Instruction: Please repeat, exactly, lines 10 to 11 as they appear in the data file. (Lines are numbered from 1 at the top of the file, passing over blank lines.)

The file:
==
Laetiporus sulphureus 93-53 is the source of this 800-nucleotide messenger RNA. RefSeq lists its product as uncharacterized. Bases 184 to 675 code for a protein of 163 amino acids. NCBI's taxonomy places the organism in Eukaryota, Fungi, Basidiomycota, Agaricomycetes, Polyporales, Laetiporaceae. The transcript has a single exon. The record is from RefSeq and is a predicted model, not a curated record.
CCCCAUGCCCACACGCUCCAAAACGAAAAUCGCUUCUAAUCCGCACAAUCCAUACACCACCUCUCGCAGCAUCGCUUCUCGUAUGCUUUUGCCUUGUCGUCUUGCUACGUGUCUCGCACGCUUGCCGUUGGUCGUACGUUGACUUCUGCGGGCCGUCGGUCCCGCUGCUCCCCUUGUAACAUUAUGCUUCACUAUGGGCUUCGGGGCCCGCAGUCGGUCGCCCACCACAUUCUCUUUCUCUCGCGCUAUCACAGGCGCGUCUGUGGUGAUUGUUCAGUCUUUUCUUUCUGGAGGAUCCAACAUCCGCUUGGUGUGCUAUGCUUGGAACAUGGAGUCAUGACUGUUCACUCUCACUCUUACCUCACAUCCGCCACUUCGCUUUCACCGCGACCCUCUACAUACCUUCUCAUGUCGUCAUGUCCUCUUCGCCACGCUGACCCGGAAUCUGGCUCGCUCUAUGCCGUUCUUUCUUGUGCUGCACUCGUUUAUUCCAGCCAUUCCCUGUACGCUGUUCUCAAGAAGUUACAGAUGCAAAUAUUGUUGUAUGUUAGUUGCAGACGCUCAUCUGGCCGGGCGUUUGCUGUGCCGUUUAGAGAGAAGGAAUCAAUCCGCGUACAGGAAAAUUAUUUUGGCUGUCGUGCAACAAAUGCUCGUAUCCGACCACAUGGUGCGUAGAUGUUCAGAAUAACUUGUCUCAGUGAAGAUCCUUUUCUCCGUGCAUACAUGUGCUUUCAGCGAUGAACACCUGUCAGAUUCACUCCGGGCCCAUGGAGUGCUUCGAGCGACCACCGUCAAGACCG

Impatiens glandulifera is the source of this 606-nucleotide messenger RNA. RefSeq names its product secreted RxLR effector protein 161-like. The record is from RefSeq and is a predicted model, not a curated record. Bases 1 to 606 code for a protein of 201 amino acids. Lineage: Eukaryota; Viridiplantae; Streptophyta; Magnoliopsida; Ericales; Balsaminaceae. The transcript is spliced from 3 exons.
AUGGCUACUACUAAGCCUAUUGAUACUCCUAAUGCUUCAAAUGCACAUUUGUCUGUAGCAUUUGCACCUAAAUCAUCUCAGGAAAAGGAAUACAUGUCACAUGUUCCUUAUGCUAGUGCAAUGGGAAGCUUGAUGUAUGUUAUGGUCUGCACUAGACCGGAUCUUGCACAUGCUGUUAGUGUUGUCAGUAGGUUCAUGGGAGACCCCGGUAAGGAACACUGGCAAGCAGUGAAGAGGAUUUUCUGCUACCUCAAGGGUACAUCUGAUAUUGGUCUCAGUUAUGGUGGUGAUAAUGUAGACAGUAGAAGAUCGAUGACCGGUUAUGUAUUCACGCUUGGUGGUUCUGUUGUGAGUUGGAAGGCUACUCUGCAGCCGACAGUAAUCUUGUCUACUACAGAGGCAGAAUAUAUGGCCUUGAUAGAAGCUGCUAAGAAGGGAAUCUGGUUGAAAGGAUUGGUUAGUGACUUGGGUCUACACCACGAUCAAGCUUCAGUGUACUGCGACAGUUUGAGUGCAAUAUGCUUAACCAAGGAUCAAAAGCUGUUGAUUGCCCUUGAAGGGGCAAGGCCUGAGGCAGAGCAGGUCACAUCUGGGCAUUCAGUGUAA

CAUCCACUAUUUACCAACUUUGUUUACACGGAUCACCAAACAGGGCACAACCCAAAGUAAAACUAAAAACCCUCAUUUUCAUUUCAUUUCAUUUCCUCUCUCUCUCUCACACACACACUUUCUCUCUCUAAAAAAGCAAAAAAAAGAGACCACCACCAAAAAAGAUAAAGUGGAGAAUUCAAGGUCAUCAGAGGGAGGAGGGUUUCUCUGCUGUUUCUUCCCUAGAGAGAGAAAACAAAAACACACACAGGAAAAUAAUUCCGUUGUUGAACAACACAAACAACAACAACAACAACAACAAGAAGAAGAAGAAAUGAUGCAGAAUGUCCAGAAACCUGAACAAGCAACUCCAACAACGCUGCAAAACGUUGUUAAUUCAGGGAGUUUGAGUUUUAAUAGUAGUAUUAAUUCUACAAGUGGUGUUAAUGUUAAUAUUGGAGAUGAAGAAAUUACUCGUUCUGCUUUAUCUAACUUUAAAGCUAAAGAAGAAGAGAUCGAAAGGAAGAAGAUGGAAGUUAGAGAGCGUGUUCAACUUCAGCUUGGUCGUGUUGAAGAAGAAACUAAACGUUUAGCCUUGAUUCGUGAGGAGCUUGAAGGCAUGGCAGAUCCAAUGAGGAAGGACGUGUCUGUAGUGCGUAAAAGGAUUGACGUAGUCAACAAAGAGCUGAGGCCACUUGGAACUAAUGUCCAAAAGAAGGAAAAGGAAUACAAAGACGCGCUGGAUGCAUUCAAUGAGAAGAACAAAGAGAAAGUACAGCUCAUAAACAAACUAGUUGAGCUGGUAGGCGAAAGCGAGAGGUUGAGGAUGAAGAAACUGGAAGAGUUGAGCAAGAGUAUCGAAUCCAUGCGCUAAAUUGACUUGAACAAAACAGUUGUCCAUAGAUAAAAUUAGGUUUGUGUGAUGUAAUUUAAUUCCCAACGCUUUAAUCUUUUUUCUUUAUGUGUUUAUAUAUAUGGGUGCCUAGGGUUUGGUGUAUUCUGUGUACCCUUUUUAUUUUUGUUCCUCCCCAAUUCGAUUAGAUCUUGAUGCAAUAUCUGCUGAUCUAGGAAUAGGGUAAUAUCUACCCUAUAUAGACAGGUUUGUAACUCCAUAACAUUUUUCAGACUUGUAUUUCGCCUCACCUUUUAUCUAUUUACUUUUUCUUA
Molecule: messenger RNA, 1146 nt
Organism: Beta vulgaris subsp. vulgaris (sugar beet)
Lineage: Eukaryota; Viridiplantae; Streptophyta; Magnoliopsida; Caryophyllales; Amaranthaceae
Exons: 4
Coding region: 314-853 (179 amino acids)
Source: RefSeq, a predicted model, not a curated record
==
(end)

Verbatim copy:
Coding region: 314-853 (179 amino acids)
Source: RefSeq, a predicted model, not a curated record